Two articles were chosen at random by going to Royal Roads University’s academic journal library and picking an article from two areas that interest me, by using the “filter” function on the side bar to narrow down the topics.

Luckily for me the two topics I chose at random were two topics I am very interested in! The first one is an article involving the Strength of Materials, which is what my job directly pertains to and I deal with on an almost daily basis, yet am still mystified by how it works on a mathematical level. This article specifically deals with comparing two kinds of materials (glass reinforced plastic & carbon reinforced plastic) and which of the two is more idealistic to create a seal in a centrifugal pump.

The second article is something that interests me in my personal life yet have no actual expertise in, which is an article found in the Journal of Child Custody. This article deals with intimate violence present in families and the effect it has on children.

As the reader can see, these two articles couldn’t be further the opposite, which makes them perfect to compare, between the style of writing, the types of people who would take interest, the people who would write such articles and the language/numbers used.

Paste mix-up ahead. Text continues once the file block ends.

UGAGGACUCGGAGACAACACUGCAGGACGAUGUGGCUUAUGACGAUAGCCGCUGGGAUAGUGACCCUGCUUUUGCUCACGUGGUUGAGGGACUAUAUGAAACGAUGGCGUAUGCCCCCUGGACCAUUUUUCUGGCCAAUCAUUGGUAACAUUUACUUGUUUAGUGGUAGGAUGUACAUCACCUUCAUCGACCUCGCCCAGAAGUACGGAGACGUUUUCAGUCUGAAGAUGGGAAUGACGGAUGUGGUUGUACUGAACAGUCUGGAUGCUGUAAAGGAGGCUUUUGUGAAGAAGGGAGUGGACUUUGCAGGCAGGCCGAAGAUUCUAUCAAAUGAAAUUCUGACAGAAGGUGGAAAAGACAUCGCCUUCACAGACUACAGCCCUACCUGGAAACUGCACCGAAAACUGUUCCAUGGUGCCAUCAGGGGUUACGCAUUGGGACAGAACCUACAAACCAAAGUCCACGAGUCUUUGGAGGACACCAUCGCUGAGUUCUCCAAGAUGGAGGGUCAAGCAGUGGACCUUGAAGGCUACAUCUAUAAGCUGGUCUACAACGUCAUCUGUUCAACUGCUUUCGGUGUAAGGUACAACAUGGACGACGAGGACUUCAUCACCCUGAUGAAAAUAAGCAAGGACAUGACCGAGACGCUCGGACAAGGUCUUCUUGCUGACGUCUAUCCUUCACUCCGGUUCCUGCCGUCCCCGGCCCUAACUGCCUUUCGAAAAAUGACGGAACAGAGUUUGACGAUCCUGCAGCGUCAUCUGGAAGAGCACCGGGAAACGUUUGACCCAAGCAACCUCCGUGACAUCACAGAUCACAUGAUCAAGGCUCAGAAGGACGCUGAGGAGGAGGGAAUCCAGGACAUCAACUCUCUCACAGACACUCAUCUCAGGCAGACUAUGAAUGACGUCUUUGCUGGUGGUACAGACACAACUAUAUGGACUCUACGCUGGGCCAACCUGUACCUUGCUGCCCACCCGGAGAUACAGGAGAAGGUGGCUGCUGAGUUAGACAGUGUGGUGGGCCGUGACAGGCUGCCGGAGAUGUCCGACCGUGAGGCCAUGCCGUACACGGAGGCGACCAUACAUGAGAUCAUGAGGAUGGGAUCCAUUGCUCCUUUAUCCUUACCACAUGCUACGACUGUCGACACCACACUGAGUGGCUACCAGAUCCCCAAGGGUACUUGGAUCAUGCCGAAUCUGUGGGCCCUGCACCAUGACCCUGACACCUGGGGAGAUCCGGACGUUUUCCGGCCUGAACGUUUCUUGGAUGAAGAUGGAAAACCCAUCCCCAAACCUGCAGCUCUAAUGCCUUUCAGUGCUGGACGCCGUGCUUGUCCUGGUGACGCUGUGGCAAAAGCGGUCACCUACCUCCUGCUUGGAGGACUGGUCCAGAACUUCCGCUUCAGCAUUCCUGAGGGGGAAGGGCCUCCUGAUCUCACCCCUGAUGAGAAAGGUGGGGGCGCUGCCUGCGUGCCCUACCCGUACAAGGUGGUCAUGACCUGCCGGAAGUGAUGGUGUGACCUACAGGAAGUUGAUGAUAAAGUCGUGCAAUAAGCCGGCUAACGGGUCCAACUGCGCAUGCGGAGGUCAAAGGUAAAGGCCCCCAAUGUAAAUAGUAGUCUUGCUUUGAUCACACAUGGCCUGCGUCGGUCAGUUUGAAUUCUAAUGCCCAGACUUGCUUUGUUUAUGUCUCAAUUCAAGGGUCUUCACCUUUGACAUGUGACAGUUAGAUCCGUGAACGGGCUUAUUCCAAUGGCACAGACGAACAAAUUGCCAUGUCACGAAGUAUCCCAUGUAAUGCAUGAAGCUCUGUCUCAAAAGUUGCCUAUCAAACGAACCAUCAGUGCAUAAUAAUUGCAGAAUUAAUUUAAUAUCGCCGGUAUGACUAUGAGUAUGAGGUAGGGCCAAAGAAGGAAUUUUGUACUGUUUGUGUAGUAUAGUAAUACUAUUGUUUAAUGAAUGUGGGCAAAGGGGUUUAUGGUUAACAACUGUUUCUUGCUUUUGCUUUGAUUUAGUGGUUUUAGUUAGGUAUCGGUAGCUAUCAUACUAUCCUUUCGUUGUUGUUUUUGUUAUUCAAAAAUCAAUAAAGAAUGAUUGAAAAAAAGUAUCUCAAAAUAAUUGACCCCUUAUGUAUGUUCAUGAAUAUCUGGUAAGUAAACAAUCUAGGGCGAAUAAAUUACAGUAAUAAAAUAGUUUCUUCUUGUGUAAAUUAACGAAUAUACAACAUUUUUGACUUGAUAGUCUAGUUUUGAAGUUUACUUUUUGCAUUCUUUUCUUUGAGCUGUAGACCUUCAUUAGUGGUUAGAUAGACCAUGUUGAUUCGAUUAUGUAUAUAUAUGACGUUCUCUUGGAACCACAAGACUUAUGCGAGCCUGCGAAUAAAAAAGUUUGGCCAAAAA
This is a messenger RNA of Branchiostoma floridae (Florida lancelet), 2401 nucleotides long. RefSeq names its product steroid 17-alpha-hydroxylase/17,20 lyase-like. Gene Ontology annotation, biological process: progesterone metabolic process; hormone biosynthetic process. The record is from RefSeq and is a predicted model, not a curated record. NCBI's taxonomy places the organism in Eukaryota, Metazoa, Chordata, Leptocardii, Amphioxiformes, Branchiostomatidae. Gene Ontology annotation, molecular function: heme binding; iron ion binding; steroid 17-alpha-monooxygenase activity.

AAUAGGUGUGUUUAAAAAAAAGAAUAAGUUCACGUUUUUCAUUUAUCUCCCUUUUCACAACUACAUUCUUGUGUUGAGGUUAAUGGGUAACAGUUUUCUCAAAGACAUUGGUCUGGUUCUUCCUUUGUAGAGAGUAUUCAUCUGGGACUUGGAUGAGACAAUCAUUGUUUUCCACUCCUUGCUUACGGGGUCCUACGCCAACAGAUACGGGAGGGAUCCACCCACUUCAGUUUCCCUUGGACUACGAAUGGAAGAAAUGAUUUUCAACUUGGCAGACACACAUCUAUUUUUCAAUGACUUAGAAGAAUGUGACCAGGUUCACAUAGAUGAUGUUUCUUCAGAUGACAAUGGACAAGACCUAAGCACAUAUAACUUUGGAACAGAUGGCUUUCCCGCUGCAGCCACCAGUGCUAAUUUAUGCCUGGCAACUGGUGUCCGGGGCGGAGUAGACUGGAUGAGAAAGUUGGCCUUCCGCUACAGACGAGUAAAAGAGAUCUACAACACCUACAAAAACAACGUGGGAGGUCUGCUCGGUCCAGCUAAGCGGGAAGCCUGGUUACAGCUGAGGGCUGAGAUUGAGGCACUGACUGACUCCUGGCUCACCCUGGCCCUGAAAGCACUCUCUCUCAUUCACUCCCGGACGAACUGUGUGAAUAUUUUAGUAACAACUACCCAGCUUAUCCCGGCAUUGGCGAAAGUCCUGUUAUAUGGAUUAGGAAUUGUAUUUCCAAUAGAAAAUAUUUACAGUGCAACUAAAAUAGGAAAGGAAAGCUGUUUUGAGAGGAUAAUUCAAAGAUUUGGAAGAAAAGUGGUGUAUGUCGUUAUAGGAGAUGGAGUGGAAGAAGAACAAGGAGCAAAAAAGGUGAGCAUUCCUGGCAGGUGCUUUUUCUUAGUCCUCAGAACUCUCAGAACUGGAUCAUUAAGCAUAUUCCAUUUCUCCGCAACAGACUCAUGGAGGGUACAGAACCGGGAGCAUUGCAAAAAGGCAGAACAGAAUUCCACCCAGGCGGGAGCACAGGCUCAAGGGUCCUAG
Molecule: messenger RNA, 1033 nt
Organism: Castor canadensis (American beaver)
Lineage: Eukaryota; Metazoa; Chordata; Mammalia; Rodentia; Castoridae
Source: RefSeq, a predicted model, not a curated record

Engineering and Social Work come from two very different spheres of ideology, one completely depends on mathematics and can break down the science to literally fractions of decimal places and the other uses mathematics as an aid to prove theory via statistics and surveys.

As a person whose life has been based around engineering and technical applications, I’ve always felt myself finding a better understanding of social, political and  theoretical problems. Mathematics has never been my specialty, I’ve always been a man of language and literary theory. This way of thinking is what has led me to pursuing “Interdisciplinary Studies,” finding great value in both sides of the dichotomy.

Here was my response to part one of the assignment (what you see above is part two):

INDS 300, Unit 3 Discussion:

I’ve chosen two articles within two different journals which have absolutely nothing to do with each other and compare the writing styles each author uses. The article from The Journal of Child Custody is fairly understandable and straightforward.